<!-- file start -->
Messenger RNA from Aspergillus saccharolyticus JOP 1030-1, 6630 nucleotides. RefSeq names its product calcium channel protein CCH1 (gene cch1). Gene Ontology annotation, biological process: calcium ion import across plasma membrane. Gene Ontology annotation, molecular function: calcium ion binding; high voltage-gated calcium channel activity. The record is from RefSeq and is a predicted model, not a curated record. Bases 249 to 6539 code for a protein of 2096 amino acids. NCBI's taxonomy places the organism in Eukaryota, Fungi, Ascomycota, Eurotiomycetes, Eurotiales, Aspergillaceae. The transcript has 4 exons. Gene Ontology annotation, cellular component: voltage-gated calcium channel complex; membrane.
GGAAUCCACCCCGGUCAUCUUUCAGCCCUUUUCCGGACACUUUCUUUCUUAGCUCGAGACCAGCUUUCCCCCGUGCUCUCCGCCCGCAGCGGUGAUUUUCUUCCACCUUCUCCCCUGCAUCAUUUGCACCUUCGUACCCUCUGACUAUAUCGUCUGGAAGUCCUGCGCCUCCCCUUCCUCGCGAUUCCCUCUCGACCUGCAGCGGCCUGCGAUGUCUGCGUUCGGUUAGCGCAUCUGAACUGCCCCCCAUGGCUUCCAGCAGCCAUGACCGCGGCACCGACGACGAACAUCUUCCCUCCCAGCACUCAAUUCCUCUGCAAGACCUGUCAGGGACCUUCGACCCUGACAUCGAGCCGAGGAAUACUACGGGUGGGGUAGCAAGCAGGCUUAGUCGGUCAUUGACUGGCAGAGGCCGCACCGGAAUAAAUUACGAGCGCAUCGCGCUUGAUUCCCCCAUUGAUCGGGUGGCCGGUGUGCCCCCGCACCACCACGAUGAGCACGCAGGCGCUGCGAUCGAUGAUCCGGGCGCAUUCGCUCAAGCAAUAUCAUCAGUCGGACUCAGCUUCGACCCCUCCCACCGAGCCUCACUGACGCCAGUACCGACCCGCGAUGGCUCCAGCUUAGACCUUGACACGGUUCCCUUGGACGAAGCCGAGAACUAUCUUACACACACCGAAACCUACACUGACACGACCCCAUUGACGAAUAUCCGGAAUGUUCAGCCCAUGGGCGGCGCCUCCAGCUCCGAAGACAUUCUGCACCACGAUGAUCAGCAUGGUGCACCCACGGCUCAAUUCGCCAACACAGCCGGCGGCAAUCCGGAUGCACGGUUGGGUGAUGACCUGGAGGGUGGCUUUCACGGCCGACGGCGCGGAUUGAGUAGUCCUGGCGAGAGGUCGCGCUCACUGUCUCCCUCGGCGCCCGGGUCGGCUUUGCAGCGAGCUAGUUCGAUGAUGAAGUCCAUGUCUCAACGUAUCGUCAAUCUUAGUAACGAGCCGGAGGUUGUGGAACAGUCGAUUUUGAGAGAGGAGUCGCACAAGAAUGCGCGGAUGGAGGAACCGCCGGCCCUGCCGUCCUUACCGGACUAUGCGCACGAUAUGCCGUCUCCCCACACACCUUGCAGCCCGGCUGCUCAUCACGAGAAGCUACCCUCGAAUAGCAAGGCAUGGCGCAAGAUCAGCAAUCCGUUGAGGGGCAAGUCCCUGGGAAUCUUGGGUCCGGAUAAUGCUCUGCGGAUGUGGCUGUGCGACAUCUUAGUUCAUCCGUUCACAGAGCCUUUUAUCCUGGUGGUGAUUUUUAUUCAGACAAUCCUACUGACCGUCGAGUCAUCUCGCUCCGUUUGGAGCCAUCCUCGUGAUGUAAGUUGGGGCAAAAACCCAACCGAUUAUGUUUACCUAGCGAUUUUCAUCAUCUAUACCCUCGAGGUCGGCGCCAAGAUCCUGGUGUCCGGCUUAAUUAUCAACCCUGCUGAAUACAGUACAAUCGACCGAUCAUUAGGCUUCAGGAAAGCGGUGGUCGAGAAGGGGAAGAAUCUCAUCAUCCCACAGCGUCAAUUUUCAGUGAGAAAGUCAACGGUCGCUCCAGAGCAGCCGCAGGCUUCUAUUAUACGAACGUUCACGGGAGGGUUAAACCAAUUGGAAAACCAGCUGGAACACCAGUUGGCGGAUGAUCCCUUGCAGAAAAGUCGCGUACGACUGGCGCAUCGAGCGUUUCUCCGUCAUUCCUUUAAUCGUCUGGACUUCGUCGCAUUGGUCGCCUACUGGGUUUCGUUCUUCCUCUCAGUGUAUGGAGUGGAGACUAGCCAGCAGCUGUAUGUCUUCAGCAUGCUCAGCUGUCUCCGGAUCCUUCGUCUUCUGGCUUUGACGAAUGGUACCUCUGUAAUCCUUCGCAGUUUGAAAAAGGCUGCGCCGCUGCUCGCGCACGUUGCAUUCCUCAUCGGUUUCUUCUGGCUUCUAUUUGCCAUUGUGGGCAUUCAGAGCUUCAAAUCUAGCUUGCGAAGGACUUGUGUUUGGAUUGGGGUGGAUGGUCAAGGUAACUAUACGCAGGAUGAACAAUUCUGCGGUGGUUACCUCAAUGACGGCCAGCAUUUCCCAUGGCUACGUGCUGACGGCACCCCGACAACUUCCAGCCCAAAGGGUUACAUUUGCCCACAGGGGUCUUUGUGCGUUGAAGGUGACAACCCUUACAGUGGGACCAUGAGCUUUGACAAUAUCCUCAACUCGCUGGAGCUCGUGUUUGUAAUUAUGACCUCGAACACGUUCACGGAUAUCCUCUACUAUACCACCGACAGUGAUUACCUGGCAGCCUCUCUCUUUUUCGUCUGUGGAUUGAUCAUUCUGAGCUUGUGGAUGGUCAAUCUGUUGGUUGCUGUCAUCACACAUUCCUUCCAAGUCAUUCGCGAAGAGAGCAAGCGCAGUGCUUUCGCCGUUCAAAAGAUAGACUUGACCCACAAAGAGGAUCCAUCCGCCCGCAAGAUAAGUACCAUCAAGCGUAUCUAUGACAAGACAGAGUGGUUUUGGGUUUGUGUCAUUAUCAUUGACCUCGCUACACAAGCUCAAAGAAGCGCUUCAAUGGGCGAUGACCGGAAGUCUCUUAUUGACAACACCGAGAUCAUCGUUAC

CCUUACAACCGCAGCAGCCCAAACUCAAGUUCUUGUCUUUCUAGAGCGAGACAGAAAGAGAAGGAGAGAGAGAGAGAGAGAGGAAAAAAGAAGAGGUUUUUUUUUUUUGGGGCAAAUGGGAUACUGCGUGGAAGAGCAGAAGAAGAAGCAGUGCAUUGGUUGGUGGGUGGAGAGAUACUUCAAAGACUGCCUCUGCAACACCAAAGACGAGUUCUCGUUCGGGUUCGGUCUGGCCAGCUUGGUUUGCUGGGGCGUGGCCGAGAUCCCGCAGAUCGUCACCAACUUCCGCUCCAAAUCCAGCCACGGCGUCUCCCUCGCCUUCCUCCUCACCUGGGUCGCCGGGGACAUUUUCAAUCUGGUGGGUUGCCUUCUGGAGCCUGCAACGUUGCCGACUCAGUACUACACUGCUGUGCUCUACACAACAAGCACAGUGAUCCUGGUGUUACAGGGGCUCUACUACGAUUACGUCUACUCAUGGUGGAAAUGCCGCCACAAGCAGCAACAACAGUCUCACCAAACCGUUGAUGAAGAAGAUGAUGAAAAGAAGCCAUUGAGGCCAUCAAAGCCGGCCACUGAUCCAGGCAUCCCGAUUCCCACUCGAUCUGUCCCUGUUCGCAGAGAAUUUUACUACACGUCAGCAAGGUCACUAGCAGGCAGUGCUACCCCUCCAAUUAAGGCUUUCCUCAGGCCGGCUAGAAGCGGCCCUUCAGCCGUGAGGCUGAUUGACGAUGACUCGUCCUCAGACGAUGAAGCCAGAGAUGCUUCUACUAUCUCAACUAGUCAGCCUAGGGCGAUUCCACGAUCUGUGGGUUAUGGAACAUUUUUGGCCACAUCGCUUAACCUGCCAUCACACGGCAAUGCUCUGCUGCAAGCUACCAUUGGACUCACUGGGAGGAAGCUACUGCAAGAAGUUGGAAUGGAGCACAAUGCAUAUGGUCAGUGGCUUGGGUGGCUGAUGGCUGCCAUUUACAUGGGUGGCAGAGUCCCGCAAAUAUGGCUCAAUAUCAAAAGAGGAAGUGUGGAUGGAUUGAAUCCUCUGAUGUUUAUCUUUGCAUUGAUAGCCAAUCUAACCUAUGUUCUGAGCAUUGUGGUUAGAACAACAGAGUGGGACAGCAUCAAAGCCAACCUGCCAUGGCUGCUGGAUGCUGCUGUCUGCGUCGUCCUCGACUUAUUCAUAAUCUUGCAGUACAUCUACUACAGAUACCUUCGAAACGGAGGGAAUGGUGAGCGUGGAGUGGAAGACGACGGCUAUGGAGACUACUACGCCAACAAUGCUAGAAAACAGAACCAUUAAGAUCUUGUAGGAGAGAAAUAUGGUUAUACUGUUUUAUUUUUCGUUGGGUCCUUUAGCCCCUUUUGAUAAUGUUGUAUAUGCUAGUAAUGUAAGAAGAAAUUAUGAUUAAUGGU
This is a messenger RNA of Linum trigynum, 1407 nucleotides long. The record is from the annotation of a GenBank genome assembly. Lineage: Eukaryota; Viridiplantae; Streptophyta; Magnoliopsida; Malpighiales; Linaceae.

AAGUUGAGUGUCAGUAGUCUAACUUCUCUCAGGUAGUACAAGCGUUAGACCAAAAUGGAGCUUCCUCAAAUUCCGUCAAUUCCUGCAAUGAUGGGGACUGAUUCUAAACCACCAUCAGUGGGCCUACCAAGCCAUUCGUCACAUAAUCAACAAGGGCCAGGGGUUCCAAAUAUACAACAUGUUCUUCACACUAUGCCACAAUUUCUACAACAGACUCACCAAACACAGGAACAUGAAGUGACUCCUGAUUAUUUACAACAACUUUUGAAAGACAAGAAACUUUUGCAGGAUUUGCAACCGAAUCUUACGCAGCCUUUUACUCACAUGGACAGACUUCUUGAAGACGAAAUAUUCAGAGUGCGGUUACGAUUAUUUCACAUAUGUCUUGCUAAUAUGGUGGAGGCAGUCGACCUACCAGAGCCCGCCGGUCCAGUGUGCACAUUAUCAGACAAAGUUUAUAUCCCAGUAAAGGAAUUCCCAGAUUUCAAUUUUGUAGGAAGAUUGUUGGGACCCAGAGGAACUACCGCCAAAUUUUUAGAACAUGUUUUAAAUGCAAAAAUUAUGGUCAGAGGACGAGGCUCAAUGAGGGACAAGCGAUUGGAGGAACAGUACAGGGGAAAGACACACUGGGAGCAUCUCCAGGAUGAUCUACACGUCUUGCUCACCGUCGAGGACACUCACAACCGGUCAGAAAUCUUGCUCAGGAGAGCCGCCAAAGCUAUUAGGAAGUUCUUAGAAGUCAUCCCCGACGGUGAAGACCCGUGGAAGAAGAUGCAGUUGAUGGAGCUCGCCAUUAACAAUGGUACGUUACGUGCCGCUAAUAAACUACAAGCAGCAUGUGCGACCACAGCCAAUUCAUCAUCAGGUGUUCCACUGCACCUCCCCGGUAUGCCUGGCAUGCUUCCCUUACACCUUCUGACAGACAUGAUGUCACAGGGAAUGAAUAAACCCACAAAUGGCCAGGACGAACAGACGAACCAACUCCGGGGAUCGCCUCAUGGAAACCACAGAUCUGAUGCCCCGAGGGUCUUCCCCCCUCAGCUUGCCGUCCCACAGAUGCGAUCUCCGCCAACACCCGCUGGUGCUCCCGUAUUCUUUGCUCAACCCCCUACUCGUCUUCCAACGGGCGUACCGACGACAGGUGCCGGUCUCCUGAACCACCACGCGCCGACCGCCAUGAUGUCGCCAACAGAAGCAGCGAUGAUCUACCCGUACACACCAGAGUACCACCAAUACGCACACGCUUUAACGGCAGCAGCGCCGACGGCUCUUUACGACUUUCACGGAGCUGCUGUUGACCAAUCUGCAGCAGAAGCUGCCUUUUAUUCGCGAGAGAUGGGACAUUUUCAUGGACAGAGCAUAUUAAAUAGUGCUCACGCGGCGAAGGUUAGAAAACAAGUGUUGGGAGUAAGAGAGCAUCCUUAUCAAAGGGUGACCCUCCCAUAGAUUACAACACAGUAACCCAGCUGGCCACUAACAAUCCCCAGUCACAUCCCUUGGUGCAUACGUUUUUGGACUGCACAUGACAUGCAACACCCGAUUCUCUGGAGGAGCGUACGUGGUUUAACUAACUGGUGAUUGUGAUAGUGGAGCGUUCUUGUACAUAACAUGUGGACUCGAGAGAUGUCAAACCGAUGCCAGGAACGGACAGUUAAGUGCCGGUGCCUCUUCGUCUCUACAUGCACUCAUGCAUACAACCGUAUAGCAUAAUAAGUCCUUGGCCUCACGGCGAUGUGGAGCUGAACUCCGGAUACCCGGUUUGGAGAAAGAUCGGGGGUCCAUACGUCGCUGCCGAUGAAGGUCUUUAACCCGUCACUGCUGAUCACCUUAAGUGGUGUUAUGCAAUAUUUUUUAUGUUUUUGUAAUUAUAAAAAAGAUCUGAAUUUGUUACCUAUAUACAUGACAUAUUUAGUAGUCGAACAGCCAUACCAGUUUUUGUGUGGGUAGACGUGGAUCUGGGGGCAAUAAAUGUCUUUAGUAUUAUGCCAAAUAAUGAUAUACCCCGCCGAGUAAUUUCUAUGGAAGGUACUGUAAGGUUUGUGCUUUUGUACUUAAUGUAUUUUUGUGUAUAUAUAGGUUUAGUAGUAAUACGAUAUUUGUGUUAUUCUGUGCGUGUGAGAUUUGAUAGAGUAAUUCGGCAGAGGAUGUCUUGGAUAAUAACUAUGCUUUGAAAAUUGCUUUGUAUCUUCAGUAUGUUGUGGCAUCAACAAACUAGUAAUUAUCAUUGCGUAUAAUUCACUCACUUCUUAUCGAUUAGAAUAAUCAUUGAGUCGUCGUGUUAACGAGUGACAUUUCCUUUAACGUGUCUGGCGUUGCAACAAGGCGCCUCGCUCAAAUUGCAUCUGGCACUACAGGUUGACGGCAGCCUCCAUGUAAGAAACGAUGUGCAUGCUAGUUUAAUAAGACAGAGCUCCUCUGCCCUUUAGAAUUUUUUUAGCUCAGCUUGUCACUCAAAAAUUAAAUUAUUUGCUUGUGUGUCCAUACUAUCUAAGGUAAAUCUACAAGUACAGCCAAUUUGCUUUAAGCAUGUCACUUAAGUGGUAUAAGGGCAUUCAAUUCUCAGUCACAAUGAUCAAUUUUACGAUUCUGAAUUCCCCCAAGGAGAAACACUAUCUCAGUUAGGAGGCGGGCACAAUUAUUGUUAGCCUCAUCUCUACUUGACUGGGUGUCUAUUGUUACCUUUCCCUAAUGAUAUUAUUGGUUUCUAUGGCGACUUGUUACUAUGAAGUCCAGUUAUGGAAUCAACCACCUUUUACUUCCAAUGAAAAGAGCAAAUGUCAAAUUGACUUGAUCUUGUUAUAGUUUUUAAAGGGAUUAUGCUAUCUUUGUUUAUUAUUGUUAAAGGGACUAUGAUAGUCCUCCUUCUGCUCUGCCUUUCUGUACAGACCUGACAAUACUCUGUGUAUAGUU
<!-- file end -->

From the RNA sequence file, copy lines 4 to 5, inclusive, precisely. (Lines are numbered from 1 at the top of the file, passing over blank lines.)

This is a messenger RNA of Linum trigynum, 1407 nucleotides long. The record is from the annotation of a GenBank genome assembly. Lineage: Eukaryota; Viridiplantae; Streptophyta; Magnoliopsida; Malpighiales; Linaceae.

AAGUUGAGUGUCAGUAGUCUAACUUCUCUCAGGUAGUACAAGCGUUAGACCAAAAUGGAGCUUCCUCAAAUUCCGUCAAUUCCUGCAAUGAUGGGGACUGAUUCUAAACCACCAUCAGUGGGCCUACCAAGCCAUUCGUCACAUAAUCAACAAGGGCCAGGGGUUCCAAAUAUACAACAUGUUCUUCACACUAUGCCACAAUUUCUACAACAGACUCACCAAACACAGGAACAUGAAGUGACUCCUGAUUAUUUACAACAACUUUUGAAAGACAAGAAACUUUUGCAGGAUUUGCAACCGAAUCUUACGCAGCCUUUUACUCACAUGGACAGACUUCUUGAAGACGAAAUAUUCAGAGUGCGGUUACGAUUAUUUCACAUAUGUCUUGCUAAUAUGGUGGAGGCAGUCGACCUACCAGAGCCCGCCGGUCCAGUGUGCACAUUAUCAGACAAAGUUUAUAUCCCAGUAAAGGAAUUCCCAGAUUUCAAUUUUGUAGGAAGAUUGUUGGGACCCAGAGGAACUACCGCCAAAUUUUUAGAACAUGUUUUAAAUGCAAAAAUUAUGGUCAGAGGACGAGGCUCAAUGAGGGACAAGCGAUUGGAGGAACAGUACAGGGGAAAGACACACUGGGAGCAUCUCCAGGAUGAUCUACACGUCUUGCUCACCGUCGAGGACACUCACAACCGGUCAGAAAUCUUGCUCAGGAGAGCCGCCAAAGCUAUUAGGAAGUUCUUAGAAGUCAUCCCCGACGGUGAAGACCCGUGGAAGAAGAUGCAGUUGAUGGAGCUCGCCAUUAACAAUGGUACGUUACGUGCCGCUAAUAAACUACAAGCAGCAUGUGCGACCACAGCCAAUUCAUCAUCAGGUGUUCCACUGCACCUCCCCGGUAUGCCUGGCAUGCUUCCCUUACACCUUCUGACAGACAUGAUGUCACAGGGAAUGAAUAAACCCACAAAUGGCCAGGACGAACAGACGAACCAACUCCGGGGAUCGCCUCAUGGAAACCACAGAUCUGAUGCCCCGAGGGUCUUCCCCCCUCAGCUUGCCGUCCCACAGAUGCGAUCUCCGCCAACACCCGCUGGUGCUCCCGUAUUCUUUGCUCAACCCCCUACUCGUCUUCCAACGGGCGUACCGACGACAGGUGCCGGUCUCCUGAACCACCACGCGCCGACCGCCAUGAUGUCGCCAACAGAAGCAGCGAUGAUCUACCCGUACACACCAGAGUACCACCAAUACGCACACGCUUUAACGGCAGCAGCGCCGACGGCUCUUUACGACUUUCACGGAGCUGCUGUUGACCAAUCUGCAGCAGAAGCUGCCUUUUAUUCGCGAGAGAUGGGACAUUUUCAUGGACAGAGCAUAUUAAAUAGUGCUCACGCGGCGAAGGUUAGAAAACAAGUGUUGGGAGUAAGAGAGCAUCCUUAUCAAAGGGUGACCCUCCCAUAGAUUACAACACAGUAACCCAGCUGGCCACUAACAAUCCCCAGUCACAUCCCUUGGUGCAUACGUUUUUGGACUGCACAUGACAUGCAACACCCGAUUCUCUGGAGGAGCGUACGUGGUUUAACUAACUGGUGAUUGUGAUAGUGGAGCGUUCUUGUACAUAACAUGUGGACUCGAGAGAUGUCAAACCGAUGCCAGGAACGGACAGUUAAGUGCCGGUGCCUCUUCGUCUCUACAUGCACUCAUGCAUACAACCGUAUAGCAUAAUAAGUCCUUGGCCUCACGGCGAUGUGGAGCUGAACUCCGGAUACCCGGUUUGGAGAAAGAUCGGGGGUCCAUACGUCGCUGCCGAUGAAGGUCUUUAACCCGUCACUGCUGAUCACCUUAAGUGGUGUUAUGCAAUAUUUUUUAUGUUUUUGUAAUUAUAAAAAAGAUCUGAAUUUGUUACCUAUAUACAUGACAUAUUUAGUAGUCGAACAGCCAUACCAGUUUUUGUGUGGGUAGACGUGGAUCUGGGGGCAAUAAAUGUCUUUAGUAUUAUGCCAAAUAAUGAUAUACCCCGCCGAGUAAUUUCUAUGGAAGGUACUGUAAGGUUUGUGCUUUUGUACUUAAUGUAUUUUUGUGUAUAUAUAGGUUUAGUAGUAAUACGAUAUUUGUGUUAUUCUGUGCGUGUGAGAUUUGAUAGAGUAAUUCGGCAGAGGAUGUCUUGGAUAAUAACUAUGCUUUGAAAAUUGCUUUGUAUCUUCAGUAUGUUGUGGCAUCAACAAACUAGUAAUUAUCAUUGCGUAUAAUUCACUCACUUCUUAUCGAUUAGAAUAAUCAUUGAGUCGUCGUGUUAACGAGUGACAUUUCCUUUAACGUGUCUGGCGUUGCAACAAGGCGCCUCGCUCAAAUUGCAUCUGGCACUACAGGUUGACGGCAGCCUCCAUGUAAGAAACGAUGUGCAUGCUAGUUUAAUAAGACAGAGCUCCUCUGCCCUUUAGAAUUUUUUUAGCUCAGCUUGUCACUCAAAAAUUAAAUUAUUUGCUUGUGUGUCCAUACUAUCUAAGGUAAAUCUACAAGUACAGCCAAUUUGCUUUAAGCAUGUCACUUAAGUGGUAUAAGGGCAUUCAAUUCUCAGUCACAAUGAUCAAUUUUACGAUUCUGAAUUCCCCCAAGGAGAAACACUAUCUCAGUUAGGAGGCGGGCACAAUUAUUGUUAGCCUCAUCUCUACUUGACUGGGUGUCUAUUGUUACCUUUCCCUAAUGAUAUUAUUGGUUUCUAUGGCGACUUGUUACUAUGAAGUCCAGUUAUGGAAUCAACCACCUUUUACUUCCAAUGAAAAGAGCAAAUGUCAAAUUGACUUGAUCUUGUUAUAGUUUUUAAAGGGAUUAUGCUAUCUUUGUUUAUUAUUGUUAAAGGGACUAUGAUAGUCCUCCUUCUGCUCUGCCUUUCUGUACAGACCUGACAAUACUCUGUGUAUAGUU